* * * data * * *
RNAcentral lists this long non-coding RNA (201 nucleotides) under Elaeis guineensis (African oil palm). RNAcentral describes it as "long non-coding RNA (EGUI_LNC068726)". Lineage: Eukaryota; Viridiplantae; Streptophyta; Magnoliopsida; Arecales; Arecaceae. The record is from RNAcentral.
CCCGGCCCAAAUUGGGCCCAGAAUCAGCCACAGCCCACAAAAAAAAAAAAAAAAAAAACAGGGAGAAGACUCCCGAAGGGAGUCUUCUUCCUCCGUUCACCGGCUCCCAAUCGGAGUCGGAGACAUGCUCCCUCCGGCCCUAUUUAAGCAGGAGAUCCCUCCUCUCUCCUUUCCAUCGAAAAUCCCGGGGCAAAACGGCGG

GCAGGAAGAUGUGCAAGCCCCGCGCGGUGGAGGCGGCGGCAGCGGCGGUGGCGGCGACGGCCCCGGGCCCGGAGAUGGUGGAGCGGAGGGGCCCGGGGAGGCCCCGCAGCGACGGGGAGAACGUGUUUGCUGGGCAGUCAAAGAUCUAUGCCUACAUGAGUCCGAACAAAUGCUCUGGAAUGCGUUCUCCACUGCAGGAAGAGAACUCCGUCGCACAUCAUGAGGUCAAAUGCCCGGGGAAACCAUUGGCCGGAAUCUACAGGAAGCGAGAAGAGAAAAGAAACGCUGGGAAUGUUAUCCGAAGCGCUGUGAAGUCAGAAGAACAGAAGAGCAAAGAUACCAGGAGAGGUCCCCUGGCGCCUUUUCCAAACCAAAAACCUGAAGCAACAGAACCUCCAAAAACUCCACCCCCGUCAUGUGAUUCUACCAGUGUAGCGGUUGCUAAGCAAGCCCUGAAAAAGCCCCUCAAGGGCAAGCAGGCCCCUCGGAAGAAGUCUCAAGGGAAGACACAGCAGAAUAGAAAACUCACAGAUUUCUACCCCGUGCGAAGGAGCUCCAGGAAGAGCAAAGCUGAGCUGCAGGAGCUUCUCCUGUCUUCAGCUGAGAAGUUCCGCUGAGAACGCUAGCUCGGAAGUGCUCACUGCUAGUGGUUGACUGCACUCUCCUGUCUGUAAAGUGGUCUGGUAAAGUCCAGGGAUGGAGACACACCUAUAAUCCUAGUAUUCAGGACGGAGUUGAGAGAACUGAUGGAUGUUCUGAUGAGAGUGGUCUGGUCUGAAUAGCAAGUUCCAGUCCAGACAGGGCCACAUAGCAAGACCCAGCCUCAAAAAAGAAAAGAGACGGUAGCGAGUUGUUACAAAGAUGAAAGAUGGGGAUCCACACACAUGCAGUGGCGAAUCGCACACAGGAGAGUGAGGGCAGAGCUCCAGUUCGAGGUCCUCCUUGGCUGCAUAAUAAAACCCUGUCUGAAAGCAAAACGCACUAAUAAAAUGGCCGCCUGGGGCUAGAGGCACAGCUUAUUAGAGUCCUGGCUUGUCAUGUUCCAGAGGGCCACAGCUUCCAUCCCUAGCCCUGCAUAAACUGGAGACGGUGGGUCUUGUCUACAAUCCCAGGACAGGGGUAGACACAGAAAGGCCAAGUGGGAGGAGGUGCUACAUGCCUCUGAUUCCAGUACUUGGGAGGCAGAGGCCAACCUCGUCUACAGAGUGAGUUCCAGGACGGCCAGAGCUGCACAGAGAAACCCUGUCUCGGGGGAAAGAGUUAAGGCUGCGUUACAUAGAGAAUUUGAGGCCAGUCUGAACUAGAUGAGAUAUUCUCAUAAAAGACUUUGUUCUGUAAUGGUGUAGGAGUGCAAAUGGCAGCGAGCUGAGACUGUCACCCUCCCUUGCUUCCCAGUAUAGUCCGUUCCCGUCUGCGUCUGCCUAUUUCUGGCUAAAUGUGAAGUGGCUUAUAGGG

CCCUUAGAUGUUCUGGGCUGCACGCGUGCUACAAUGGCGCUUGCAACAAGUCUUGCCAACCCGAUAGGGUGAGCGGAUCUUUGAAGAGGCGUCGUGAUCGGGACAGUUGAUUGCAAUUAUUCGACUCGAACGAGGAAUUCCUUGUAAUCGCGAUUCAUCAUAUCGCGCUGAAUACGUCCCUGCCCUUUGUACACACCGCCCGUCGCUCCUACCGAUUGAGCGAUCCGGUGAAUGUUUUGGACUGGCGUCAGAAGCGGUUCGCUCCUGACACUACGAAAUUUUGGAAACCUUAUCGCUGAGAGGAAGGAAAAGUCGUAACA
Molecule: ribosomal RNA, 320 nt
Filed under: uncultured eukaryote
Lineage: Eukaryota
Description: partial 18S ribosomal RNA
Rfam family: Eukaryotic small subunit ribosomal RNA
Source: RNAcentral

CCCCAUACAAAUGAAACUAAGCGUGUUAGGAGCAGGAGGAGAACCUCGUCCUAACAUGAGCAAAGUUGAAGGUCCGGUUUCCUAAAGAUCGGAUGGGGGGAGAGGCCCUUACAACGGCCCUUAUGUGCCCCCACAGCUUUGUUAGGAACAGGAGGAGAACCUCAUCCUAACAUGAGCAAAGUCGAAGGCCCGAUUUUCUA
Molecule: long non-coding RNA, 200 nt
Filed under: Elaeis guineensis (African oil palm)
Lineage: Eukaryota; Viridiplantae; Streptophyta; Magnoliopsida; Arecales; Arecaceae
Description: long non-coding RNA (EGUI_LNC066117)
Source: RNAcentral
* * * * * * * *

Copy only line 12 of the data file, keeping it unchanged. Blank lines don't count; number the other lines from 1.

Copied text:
Molecule: long non-coding RNA, 200 nt